He is not an upper level horse, but is forward and a big mover for a little round Haffle! He is balanced and moving off the hindquarters well. If she did take him to a show, he would receive very good marks (and rider marks should be 10!) but he would never get as high of marks as any of the Olympic horses posted, as he is not capable of the movement desired.

Even Klimke ride, although very technically correct, was not as good athletically as is seen now. The horse he is riding just was not bred for the huge upper level movements. Watch in particular his shoulder, and notice it is more coming from the legs, the extensions, than the shoulder.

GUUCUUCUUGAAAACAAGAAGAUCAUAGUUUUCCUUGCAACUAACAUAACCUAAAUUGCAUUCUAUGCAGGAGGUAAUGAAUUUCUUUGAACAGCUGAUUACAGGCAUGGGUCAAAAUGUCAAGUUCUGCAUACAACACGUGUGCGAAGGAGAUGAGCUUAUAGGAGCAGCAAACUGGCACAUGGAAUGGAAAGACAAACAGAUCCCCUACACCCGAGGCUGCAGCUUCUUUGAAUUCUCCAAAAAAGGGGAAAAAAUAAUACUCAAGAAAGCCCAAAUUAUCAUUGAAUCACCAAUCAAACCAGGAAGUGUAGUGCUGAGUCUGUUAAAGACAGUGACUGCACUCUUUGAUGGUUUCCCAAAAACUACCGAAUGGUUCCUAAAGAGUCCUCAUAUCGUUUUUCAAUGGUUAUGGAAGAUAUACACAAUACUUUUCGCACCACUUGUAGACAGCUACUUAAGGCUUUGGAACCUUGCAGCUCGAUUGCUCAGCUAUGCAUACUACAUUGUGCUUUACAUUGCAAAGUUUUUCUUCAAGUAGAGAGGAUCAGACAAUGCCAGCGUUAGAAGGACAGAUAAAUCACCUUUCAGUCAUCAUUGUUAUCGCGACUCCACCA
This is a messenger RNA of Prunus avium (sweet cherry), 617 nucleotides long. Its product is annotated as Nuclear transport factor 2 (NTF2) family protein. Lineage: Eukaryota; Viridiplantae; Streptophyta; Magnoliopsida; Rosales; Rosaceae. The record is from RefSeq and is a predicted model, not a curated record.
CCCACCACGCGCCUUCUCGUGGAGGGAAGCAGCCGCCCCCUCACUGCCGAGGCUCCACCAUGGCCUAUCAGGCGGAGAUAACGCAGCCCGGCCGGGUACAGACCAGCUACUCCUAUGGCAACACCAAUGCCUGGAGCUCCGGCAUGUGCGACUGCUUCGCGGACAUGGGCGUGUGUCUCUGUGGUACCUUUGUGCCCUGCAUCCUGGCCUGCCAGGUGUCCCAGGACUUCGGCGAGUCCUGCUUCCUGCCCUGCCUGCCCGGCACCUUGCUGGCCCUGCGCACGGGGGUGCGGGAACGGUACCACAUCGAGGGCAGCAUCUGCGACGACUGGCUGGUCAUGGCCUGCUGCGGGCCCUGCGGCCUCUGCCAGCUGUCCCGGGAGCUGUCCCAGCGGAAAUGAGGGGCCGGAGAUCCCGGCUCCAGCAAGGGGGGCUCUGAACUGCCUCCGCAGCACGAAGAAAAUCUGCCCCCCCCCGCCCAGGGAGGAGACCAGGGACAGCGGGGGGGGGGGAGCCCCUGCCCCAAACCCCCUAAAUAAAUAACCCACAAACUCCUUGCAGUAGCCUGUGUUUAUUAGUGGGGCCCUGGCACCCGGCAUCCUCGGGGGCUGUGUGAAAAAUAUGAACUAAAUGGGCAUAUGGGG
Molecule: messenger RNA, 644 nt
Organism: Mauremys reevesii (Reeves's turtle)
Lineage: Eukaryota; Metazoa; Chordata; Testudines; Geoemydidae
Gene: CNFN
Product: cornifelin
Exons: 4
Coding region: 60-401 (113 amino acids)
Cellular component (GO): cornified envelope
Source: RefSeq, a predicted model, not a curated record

The Spanish PRE horses, are super gorgeous movers, and absolutely a pleasure to watch and ride. They are being seen more and more in this country too. The last Dressage horse I was looking for was a Lusitano (as my instructor recommended) but unfortunately out of my budget, then I injured my knee so that part of my life ended...

IMO, the desired movements are returning to a lighter, more expressive leg like seen in the PRE horses. I also looked at some Saddlebreds and even a few Morgan Horses, as they are much cheaper yet can be quite expressive movers and competitive (with the right breeding and training) at the lower levels.